There’s no need to calculate which Super Bowl that was and which Super Bowl just took place.  It makes me sound old.  

Asker Anonymous Asks:
What are your five favorite cities in America and why?
deadpresidents deadpresidents Said:

•Santa Cruz, California: My favorite place to just drive to and chill when I lived in California. Scenic, quirky, not too big, not too small, good food, fun stuff to do.

•San Francisco, California: I don’t know how anyone could get bored in or bored of San Francisco.

•Seattle, Washington: Even though they tried to steal my NBA team, I have a lot of love for Seattle. Reminds me a lot of San Francisco, and I had fun every hour that I spent in the city.

•Philadelphia, Pennsylvania: The history, the food, the crazy-ass people. I have great memories of my trips to Philly to do my friend’s radio show events. (The only drawback to Philly is that the people there have the worst accents in the world — and I say that with love to all my Philly friends!)

•Missouri Wine Country (outside of St. Louis): Where I currently live. I’m a city boy — born and raised in inner-city Sacramento. I find peace in these rural, rolling hills of Missouri’s wine country. I never have to look over my shoulder, I don’t have to constantly be on guard, I don’t have to carry a razor blade around to slice someone up who tries to cause trouble, I don’t fall asleep every night to sirens and police helicopters. No one has ever tried to shoot me here — I can relax here. And I can get lost here. It might be the only place I’ve ever found serenity.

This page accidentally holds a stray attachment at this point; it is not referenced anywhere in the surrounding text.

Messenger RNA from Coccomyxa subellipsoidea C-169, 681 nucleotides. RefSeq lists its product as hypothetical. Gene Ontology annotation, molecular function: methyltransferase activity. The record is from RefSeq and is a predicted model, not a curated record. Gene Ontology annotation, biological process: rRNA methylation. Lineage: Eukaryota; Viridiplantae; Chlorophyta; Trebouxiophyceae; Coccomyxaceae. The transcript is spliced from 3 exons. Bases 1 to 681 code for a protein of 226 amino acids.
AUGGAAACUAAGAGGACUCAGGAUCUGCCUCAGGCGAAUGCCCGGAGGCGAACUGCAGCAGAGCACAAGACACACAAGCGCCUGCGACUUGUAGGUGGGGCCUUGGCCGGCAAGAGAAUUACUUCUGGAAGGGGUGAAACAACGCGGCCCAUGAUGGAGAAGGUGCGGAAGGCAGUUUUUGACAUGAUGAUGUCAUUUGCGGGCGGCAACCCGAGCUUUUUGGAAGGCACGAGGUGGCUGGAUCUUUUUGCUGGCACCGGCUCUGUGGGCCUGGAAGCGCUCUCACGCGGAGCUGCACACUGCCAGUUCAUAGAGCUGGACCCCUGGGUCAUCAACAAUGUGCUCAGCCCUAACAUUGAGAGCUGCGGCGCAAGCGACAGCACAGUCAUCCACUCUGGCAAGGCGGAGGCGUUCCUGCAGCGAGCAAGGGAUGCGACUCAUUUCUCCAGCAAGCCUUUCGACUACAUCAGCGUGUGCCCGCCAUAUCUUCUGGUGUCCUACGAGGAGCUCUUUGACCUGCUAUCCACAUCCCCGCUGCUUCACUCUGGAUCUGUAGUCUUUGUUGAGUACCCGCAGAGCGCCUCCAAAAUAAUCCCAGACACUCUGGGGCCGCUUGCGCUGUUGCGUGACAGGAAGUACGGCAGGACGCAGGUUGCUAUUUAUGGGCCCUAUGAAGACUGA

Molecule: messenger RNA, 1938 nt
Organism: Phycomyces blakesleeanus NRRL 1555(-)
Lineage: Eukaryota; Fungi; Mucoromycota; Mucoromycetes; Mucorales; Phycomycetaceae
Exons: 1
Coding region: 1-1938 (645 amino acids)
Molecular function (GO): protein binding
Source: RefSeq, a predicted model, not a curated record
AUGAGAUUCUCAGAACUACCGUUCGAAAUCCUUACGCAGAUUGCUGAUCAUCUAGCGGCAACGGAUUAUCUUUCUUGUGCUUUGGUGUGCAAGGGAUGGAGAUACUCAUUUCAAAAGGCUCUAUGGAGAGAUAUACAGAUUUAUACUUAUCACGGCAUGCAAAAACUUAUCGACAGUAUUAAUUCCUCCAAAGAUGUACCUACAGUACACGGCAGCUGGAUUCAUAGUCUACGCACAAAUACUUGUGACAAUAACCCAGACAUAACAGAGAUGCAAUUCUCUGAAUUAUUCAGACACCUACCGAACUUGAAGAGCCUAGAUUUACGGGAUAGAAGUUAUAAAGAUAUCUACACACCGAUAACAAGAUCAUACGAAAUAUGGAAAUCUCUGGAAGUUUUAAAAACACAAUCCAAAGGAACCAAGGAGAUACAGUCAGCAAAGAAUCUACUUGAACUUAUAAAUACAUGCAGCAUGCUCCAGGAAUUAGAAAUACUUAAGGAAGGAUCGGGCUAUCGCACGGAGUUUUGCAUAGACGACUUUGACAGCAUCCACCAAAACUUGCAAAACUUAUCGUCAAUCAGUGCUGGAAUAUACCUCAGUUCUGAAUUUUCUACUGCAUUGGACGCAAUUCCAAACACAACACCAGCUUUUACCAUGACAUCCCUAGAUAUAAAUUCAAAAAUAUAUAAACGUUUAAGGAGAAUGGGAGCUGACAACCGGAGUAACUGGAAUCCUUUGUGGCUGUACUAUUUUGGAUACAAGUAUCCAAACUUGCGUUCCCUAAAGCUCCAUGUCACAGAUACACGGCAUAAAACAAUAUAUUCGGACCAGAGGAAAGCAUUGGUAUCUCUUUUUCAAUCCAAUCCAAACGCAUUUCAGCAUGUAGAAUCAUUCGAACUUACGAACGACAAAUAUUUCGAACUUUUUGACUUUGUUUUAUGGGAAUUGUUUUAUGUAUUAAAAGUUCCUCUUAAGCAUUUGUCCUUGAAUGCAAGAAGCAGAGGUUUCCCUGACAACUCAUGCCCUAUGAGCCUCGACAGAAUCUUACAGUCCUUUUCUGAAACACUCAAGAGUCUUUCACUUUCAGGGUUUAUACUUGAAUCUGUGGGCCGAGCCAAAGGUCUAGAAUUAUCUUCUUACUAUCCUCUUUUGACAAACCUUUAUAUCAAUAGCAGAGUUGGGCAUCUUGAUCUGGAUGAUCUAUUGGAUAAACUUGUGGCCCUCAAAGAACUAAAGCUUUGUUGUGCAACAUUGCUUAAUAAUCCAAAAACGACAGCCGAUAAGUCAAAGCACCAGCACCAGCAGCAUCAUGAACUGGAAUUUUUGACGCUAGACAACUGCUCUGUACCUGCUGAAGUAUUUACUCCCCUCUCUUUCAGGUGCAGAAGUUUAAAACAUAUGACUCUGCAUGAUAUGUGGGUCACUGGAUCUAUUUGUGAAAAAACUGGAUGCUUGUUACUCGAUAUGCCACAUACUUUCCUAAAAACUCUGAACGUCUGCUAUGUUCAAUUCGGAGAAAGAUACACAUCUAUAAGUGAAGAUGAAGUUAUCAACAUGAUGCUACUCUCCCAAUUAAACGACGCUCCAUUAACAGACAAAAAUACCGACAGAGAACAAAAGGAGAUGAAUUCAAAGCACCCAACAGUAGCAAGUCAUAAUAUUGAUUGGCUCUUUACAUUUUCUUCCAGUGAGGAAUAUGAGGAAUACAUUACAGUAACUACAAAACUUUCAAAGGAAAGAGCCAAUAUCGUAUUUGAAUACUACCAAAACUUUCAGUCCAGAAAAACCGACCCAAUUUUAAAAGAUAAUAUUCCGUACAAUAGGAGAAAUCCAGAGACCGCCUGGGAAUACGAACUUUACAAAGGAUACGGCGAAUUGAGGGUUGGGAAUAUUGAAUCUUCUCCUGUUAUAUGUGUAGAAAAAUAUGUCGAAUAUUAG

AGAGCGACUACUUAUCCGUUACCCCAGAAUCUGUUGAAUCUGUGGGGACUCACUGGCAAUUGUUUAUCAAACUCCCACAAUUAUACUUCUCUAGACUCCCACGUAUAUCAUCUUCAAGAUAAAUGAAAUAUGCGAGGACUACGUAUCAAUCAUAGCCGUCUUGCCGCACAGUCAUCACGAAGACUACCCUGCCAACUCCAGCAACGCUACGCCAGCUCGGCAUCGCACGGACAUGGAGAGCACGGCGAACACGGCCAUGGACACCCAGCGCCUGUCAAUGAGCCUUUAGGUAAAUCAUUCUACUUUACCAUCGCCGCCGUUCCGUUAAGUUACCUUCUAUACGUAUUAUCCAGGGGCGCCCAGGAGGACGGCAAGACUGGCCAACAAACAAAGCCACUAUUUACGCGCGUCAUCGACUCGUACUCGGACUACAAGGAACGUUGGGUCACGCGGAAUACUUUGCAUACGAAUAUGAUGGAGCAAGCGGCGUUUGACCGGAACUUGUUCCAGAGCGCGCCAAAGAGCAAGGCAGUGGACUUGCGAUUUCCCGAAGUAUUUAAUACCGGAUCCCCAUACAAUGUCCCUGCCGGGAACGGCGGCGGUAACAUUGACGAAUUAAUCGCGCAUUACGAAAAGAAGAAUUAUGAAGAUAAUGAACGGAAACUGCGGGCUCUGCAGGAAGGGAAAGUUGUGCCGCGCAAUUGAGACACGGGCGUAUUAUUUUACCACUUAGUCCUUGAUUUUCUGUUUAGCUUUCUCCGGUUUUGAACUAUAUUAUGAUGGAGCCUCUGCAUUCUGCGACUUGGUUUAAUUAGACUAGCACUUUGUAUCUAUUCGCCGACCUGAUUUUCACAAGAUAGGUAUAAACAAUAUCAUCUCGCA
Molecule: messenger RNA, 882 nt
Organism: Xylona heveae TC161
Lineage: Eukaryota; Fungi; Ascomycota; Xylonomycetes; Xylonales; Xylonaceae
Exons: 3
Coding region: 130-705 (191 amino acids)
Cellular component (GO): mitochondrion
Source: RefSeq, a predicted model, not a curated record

(Honorable mention: Saint Paul, Minnesota: I hated Minneapolis, but loved the other Twin City. I thought it was a wonderful little town, was a big fan of Garrison Keillor’s little basement bookstore, thought the Cathedral was gorgeous, and give the highest recommendation to the science museum downtown.)

Asker Anonymous Asks:
Quick follow up question about the guy who tried to shoot you when you were younger - you said that guy "didn't get an open casket funeral". Were you involved in making sure of that?
deadpresidents deadpresidents Said:

Sorry that I didn’t see this follow-up when I answered questions about this experience a few days ago.

First of all, I don’t want to dwell too much on this. It was an unfortunate experience that took place a long time ago. It feels like it happened in another lifetime. I lived in a rough place and these things sometimes happen in such places. I was lucky that the guy who targeted me had spectacularly bad aim.

To answer your question, I was not directly involved with what happened to him afterward. This was a guy who had caused a significant amount of trouble for others and who had put several people’s lives in danger. I was not the only person who wanted him dead, but it’s important for me to note that, although he tried to kill me, I had no plans to kill him and, in fact, kept a group of others from doing just that immediately after he tried to shoot me.